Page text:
Check out our Monthly Survey Page to see what our users are running.

elementary OS is probably the most slick looking Linux distribution around, and their attention to all the small styling details is truly awesome. The next major release is looking like a big overhaul.

Announced on their blog post, one of the major user-facing changes will be the theme. They're moving from their original CSS based styling which has been going for 7 or so years over to a more modern Sass system, which is CSS but a lot more feature-filled. They say it makes it easier to maintain their dark style, better compatibility for apps built directly for GNOME's "Adwaita" style and overall just easier to maintain. It should look very similar but have better lighting, shadows, contrast and lots of other subtle improvements.

One new feature I'm quite pleased to see is their "Screen Shield". They've replaced Light Locker, the simple session-locker with their own which should better respect apps that inhibit your screen locking and sleeping, so you should hopefully see far less screen dimming to lock while you're sitting back with that coffee watching Netflix.

Another of the major upgrades will be the introduction of system-wide Flatpak installs. Currently you can install them as your user but they're taking that a step further so they can supply some of their own software as a Flatpak to enable much faster updates and more secure applications. The first of which will be the web browser Epiphany, meaning on elementary OS 6 you will get the latest and greatest quicker.

They're also building in better accessibility features, making preparations for Wayland support, a new settings daemon to provide additional features and integrations with their own custom stuff, a much better notifications system and improved multi-touch gestures support. Overall, it sounds like it's going to be a great Linux distribution release.

You can try out elementary OS 6 right now if you sponsor them on GitHub.

Their way of funding their work on the distribution is certainly interesting, with one way giving you the option to pay any amount (yes, even zero) for your ISO download right there on the homepage. Open source software takes a lot of effort to produce and a pay what you want style is pretty great.

Find out more about elementary OS on their website.

Article taken from GamingOnLinux.com.
12 Likes, Who?
We do often include affiliate links to earn us some pennies. We are currently affiliated with GOG, Humble Store and Paradox Interactive. See more here.
About the author -
author picture
I am the owner of GamingOnLinux. After discovering Linux back in the days of Mandrake in 2003, I constantly came back to check on the progress of Linux until Ubuntu appeared on the scene and it helped me to really love it. You can reach me easily by emailing GamingOnLinux directly.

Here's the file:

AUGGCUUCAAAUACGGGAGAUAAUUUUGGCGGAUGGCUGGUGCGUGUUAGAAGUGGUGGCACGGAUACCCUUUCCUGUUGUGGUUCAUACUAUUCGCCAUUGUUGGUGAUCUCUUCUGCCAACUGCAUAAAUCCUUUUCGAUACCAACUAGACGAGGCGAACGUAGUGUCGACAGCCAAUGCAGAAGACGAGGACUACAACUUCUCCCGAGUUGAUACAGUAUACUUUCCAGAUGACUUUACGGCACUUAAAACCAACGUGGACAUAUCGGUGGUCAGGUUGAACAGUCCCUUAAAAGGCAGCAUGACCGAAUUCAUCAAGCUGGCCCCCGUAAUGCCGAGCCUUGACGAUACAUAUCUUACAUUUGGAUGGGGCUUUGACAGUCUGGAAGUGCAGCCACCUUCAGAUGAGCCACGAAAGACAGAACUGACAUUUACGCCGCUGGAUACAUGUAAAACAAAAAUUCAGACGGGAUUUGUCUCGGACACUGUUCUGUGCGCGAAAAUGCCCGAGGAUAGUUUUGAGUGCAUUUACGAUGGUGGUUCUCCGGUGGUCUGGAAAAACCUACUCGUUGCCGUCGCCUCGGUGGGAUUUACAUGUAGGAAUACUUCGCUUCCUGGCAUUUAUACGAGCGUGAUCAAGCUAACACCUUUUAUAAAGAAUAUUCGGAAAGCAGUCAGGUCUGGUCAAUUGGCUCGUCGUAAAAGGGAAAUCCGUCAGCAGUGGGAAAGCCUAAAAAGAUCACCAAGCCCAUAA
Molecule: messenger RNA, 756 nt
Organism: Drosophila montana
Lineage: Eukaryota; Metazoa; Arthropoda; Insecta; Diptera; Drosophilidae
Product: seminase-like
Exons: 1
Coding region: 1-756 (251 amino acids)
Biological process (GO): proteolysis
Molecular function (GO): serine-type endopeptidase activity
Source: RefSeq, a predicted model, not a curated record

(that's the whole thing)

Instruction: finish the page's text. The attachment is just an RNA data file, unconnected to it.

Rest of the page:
See more from me
15 comments
Page: 1/2»
  Go to:

Nick_Avem 6 Oct
I know there are lots of opinions on flatpaks, but I personally think they’re great. On rolling and bleeding edge distros they give a little more stability and revoke the worry of dependency hell, and on LTS distros you always get the most up to date software almost instantly. The steam Flatpak has caused me Infinitely less headaches than any native package.
tmtvl 6 Oct
Quoting: Nick_AvemThe steam Flatpak has caused me Infinitely less headaches than any native package.

Unfortunately I have had less than awesome experiences with Flatpak, but I still think it's a great way to distribute applications for all distros. That said I personally use Guix because I have had much better experiences with it.
Nanobang 6 Oct
I couldn't say if Elementary OS (EOS) is the most slick looking OS around, but its website is the slickest Linux OS website I think I've ever seen. The idea of having a built in picture-in-picture feature really caught my eye. I'd love to be able to watch a local movie whilst surfing the web or working on a project. Unfortunately, I can't tell from their website how truly customizable EOS is compared to, say, Xfce or Mate, so I don't know if it would be something I'm going to look more closely at.

I can say that I'm no fan of the Gnome-like app naming scheme, where apps don't have names so much as category titles. Video, Music, Camera, Files, etc., etc. --- these are the names of my Data files, the ones that I interact with using VLC, Shotwell, and Thunar. But that's just a personal-taste thing.

I've become ever less enamored with Flatpak apps. I've been let down a few too many times by apps not being regularly updated, or little problems interacting with the local system. Nothing like the pair of concrete shoes that are Snap packages, mind you, but not as easily used as Appimages either.